Russia readying quiet mobilization of 700,000 troops: report

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Russia readying quiet mobilization of 700,000 troops: report

Russian President Vladimir Putin will call up hundreds of thousands of additional troops to continue trying to invade Ukraine this month — a move that will be done quietly.

The muted mobilization was reported by Russian independent outlet Volya last week, citing sources in the Russian military’s General Staff.

“The Ministry of Defense needs to recruit about 700,000 more people for the war by February,” the outlet reported, adding, “[O]fficials, politicians and generals will publicly assert that there is no mobilization.”

That figure is more than twice the size of the draft that sparked protests and an exodus of military-aged men this fall when Putin sought 300,000 more troops to reinforce the Ukrainian battle lines.

That mobilization was widely regarded as a failure, with students and the elderly — who were supposedly exempt — getting caught up in the draft. Hundreds of thousands of Russians fled the country to avoid being sent to Ukraine.

ussian Army soldiers get ready to fight aboard a military helicopter during a mission at an undisclosed location in Ukraine.
“The Ministry of Defense needs to recruit about 700,000 more people for the war by February,” Russian independent outlet Volya reported.
AP
Russian troops attend the Orthodox Christmas service at the Russian Armed Forces' main cathedral in the Patriot military park in Kubinka.
That figure is more than twice the size of the draft that sparked protests and an exodus of military-aged men last fall.
AP

Those who were sent to fight reportedly lacked both the training and equipment to effectively do so.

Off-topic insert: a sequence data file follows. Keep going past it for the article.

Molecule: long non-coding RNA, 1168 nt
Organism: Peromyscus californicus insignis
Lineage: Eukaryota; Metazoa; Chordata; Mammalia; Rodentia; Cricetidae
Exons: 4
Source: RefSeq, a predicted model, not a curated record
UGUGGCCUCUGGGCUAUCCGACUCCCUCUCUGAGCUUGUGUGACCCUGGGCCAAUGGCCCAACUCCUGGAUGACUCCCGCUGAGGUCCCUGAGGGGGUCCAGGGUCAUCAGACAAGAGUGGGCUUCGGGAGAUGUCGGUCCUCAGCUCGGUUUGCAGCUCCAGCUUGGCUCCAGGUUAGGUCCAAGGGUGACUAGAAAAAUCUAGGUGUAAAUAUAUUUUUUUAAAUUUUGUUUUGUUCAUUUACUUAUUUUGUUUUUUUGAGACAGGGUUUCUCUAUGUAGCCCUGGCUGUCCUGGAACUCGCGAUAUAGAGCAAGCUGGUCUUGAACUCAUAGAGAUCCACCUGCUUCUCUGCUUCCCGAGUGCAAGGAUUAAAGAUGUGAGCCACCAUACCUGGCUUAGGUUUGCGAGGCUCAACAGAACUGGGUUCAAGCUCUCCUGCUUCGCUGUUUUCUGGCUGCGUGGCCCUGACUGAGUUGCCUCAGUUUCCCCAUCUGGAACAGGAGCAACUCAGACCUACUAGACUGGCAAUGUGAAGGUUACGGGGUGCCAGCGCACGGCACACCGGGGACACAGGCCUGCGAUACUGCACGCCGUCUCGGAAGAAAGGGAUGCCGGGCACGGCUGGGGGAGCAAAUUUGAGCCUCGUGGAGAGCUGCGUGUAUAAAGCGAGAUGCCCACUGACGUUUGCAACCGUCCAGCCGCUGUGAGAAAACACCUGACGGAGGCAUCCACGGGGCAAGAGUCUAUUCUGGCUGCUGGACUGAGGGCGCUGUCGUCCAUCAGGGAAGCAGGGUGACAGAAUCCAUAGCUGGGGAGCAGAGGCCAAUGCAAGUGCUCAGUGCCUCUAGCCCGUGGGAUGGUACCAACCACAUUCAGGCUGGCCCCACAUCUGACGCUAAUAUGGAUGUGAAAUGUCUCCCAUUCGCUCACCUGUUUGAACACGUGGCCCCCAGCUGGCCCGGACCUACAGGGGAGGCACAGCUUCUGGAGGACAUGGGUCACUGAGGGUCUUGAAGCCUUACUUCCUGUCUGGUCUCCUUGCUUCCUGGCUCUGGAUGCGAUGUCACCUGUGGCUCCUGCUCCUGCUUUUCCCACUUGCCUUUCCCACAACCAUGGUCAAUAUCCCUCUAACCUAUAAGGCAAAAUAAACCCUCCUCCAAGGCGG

“The mobilization activities of September-October showed the military that they prepared for mobilization about as well as for the invasion of Ukraine,” Volya reported wryly.

As a result, the outlet reported, the Kremlin has spent the past two months updating its database of eligible draftees.

Russian Defense Minister Sergei Shoigu was seen inspecting Russian troops at an undisclosed location in Ukraine.
Russian Defense Minister Sergei Shoigu was seen inspecting Russian troops at an undisclosed location in Ukraine.

Russian Defense Minister Sergei Shoigu, background center, speaks during a meeting with Russian top level officers.
Shoigu spoke during a meeting with top level Russian officers.


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Russian soldiers prepare a mortar "Sani" to fire in the Ugledar direction at an undisclosed location in Ukraine.
The Kremlin has spent the past two months updating its database of eligible draftees, according to the independent Russian outlet.
AP

That list reportedly includes veterans and those with medical training — but also so-called “unreliable citizens,” meaning those who have protested the war, who owe a debt or child support, or “people with outstanding convictions.”

“According to sources [in the General Staff,] they will try to carry out mobilization activities more quietly than they did in the fall, so as not to attract too much attention from the population,” Volya reported.

Earlier this month, Ukrainian intelligence said it believed the Kremlin would be calling up 500,000 troops in anticipation of spring and summer fighting.

Putin has said that he sees no need for an additional mobilization, claiming that many of the 300,000 troops called up in the fall have yet to be deployed to Ukraine.

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